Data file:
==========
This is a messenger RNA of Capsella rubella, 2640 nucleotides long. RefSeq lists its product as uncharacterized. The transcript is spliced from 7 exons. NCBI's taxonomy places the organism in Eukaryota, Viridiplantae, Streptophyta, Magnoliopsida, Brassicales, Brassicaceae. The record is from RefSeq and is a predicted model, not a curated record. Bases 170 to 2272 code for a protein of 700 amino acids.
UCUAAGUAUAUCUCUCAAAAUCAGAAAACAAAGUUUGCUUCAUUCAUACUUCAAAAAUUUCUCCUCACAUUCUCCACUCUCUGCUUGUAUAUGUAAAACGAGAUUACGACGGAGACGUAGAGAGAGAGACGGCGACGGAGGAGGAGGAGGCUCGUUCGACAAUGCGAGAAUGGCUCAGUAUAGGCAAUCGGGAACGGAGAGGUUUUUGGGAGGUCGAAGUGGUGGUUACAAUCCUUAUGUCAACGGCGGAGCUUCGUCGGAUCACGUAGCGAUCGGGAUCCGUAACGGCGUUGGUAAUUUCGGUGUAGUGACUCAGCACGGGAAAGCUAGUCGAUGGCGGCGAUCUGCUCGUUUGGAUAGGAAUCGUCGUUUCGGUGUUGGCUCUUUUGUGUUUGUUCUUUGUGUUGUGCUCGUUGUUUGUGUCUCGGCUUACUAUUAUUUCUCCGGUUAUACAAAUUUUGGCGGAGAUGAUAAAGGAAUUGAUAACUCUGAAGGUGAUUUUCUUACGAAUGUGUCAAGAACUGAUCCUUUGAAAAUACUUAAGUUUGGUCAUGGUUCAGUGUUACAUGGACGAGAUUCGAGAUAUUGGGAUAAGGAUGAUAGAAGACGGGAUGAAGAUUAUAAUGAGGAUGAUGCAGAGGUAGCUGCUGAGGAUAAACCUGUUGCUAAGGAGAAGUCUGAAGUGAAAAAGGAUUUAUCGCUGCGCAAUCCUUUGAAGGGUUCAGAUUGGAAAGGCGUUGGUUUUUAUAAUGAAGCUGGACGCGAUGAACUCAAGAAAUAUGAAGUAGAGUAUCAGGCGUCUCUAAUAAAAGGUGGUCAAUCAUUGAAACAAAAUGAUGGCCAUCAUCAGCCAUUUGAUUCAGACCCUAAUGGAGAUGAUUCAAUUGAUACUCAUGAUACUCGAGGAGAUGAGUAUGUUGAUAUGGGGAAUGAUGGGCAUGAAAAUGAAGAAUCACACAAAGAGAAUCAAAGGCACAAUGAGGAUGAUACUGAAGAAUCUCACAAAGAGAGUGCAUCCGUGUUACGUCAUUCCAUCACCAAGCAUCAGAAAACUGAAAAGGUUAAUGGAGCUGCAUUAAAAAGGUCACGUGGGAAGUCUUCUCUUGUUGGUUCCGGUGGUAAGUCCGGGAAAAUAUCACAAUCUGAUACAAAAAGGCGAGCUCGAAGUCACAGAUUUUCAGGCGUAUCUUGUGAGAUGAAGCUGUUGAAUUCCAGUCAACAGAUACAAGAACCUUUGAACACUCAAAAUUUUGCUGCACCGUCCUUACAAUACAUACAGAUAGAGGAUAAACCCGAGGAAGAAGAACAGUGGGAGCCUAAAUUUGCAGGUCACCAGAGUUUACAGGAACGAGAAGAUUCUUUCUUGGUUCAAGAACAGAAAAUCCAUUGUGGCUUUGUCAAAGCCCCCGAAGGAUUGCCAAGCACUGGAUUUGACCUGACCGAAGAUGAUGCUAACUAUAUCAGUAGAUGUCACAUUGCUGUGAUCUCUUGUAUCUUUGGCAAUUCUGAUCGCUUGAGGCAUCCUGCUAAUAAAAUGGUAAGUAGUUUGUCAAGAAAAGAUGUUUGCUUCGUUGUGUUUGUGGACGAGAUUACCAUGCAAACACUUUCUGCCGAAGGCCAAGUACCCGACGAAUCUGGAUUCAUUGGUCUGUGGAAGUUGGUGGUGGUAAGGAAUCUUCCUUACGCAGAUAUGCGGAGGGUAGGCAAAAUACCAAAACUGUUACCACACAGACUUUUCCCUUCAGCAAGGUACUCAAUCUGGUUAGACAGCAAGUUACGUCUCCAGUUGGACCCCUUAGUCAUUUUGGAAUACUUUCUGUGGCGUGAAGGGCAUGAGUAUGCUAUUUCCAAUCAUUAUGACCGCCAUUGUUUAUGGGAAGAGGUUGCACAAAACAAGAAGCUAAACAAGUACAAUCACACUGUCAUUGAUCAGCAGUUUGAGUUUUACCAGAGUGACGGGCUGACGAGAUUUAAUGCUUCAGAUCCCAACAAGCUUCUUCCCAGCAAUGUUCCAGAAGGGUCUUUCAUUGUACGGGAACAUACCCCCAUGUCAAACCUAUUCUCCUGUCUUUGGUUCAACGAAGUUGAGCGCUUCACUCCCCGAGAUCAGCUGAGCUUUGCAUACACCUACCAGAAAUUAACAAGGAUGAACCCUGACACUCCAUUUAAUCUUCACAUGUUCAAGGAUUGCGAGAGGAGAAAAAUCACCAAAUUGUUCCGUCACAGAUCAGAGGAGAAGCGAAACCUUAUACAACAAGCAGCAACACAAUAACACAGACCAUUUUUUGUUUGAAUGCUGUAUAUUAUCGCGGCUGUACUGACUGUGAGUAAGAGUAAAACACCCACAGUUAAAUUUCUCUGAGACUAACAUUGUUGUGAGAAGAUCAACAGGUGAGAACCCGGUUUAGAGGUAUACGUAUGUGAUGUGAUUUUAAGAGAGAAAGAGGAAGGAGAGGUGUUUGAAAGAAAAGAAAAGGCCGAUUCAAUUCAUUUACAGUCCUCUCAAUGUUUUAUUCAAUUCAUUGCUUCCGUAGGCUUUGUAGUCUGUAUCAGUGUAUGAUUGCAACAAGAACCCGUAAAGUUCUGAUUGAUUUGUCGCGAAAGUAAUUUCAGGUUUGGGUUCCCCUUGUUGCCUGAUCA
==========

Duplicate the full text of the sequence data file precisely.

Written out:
This is a messenger RNA of Capsella rubella, 2640 nucleotides long. RefSeq lists its product as uncharacterized. The transcript is spliced from 7 exons. NCBI's taxonomy places the organism in Eukaryota, Viridiplantae, Streptophyta, Magnoliopsida, Brassicales, Brassicaceae. The record is from RefSeq and is a predicted model, not a curated record. Bases 170 to 2272 code for a protein of 700 amino acids.
UCUAAGUAUAUCUCUCAAAAUCAGAAAACAAAGUUUGCUUCAUUCAUACUUCAAAAAUUUCUCCUCACAUUCUCCACUCUCUGCUUGUAUAUGUAAAACGAGAUUACGACGGAGACGUAGAGAGAGAGACGGCGACGGAGGAGGAGGAGGCUCGUUCGACAAUGCGAGAAUGGCUCAGUAUAGGCAAUCGGGAACGGAGAGGUUUUUGGGAGGUCGAAGUGGUGGUUACAAUCCUUAUGUCAACGGCGGAGCUUCGUCGGAUCACGUAGCGAUCGGGAUCCGUAACGGCGUUGGUAAUUUCGGUGUAGUGACUCAGCACGGGAAAGCUAGUCGAUGGCGGCGAUCUGCUCGUUUGGAUAGGAAUCGUCGUUUCGGUGUUGGCUCUUUUGUGUUUGUUCUUUGUGUUGUGCUCGUUGUUUGUGUCUCGGCUUACUAUUAUUUCUCCGGUUAUACAAAUUUUGGCGGAGAUGAUAAAGGAAUUGAUAACUCUGAAGGUGAUUUUCUUACGAAUGUGUCAAGAACUGAUCCUUUGAAAAUACUUAAGUUUGGUCAUGGUUCAGUGUUACAUGGACGAGAUUCGAGAUAUUGGGAUAAGGAUGAUAGAAGACGGGAUGAAGAUUAUAAUGAGGAUGAUGCAGAGGUAGCUGCUGAGGAUAAACCUGUUGCUAAGGAGAAGUCUGAAGUGAAAAAGGAUUUAUCGCUGCGCAAUCCUUUGAAGGGUUCAGAUUGGAAAGGCGUUGGUUUUUAUAAUGAAGCUGGACGCGAUGAACUCAAGAAAUAUGAAGUAGAGUAUCAGGCGUCUCUAAUAAAAGGUGGUCAAUCAUUGAAACAAAAUGAUGGCCAUCAUCAGCCAUUUGAUUCAGACCCUAAUGGAGAUGAUUCAAUUGAUACUCAUGAUACUCGAGGAGAUGAGUAUGUUGAUAUGGGGAAUGAUGGGCAUGAAAAUGAAGAAUCACACAAAGAGAAUCAAAGGCACAAUGAGGAUGAUACUGAAGAAUCUCACAAAGAGAGUGCAUCCGUGUUACGUCAUUCCAUCACCAAGCAUCAGAAAACUGAAAAGGUUAAUGGAGCUGCAUUAAAAAGGUCACGUGGGAAGUCUUCUCUUGUUGGUUCCGGUGGUAAGUCCGGGAAAAUAUCACAAUCUGAUACAAAAAGGCGAGCUCGAAGUCACAGAUUUUCAGGCGUAUCUUGUGAGAUGAAGCUGUUGAAUUCCAGUCAACAGAUACAAGAACCUUUGAACACUCAAAAUUUUGCUGCACCGUCCUUACAAUACAUACAGAUAGAGGAUAAACCCGAGGAAGAAGAACAGUGGGAGCCUAAAUUUGCAGGUCACCAGAGUUUACAGGAACGAGAAGAUUCUUUCUUGGUUCAAGAACAGAAAAUCCAUUGUGGCUUUGUCAAAGCCCCCGAAGGAUUGCCAAGCACUGGAUUUGACCUGACCGAAGAUGAUGCUAACUAUAUCAGUAGAUGUCACAUUGCUGUGAUCUCUUGUAUCUUUGGCAAUUCUGAUCGCUUGAGGCAUCCUGCUAAUAAAAUGGUAAGUAGUUUGUCAAGAAAAGAUGUUUGCUUCGUUGUGUUUGUGGACGAGAUUACCAUGCAAACACUUUCUGCCGAAGGCCAAGUACCCGACGAAUCUGGAUUCAUUGGUCUGUGGAAGUUGGUGGUGGUAAGGAAUCUUCCUUACGCAGAUAUGCGGAGGGUAGGCAAAAUACCAAAACUGUUACCACACAGACUUUUCCCUUCAGCAAGGUACUCAAUCUGGUUAGACAGCAAGUUACGUCUCCAGUUGGACCCCUUAGUCAUUUUGGAAUACUUUCUGUGGCGUGAAGGGCAUGAGUAUGCUAUUUCCAAUCAUUAUGACCGCCAUUGUUUAUGGGAAGAGGUUGCACAAAACAAGAAGCUAAACAAGUACAAUCACACUGUCAUUGAUCAGCAGUUUGAGUUUUACCAGAGUGACGGGCUGACGAGAUUUAAUGCUUCAGAUCCCAACAAGCUUCUUCCCAGCAAUGUUCCAGAAGGGUCUUUCAUUGUACGGGAACAUACCCCCAUGUCAAACCUAUUCUCCUGUCUUUGGUUCAACGAAGUUGAGCGCUUCACUCCCCGAGAUCAGCUGAGCUUUGCAUACACCUACCAGAAAUUAACAAGGAUGAACCCUGACACUCCAUUUAAUCUUCACAUGUUCAAGGAUUGCGAGAGGAGAAAAAUCACCAAAUUGUUCCGUCACAGAUCAGAGGAGAAGCGAAACCUUAUACAACAAGCAGCAACACAAUAACACAGACCAUUUUUUGUUUGAAUGCUGUAUAUUAUCGCGGCUGUACUGACUGUGAGUAAGAGUAAAACACCCACAGUUAAAUUUCUCUGAGACUAACAUUGUUGUGAGAAGAUCAACAGGUGAGAACCCGGUUUAGAGGUAUACGUAUGUGAUGUGAUUUUAAGAGAGAAAGAGGAAGGAGAGGUGUUUGAAAGAAAAGAAAAGGCCGAUUCAAUUCAUUUACAGUCCUCUCAAUGUUUUAUUCAAUUCAUUGCUUCCGUAGGCUUUGUAGUCUGUAUCAGUGUAUGAUUGCAACAAGAACCCGUAAAGUUCUGAUUGAUUUGUCGCGAAAGUAAUUUCAGGUUUGGGUUCCCCUUGUUGCCUGAUCA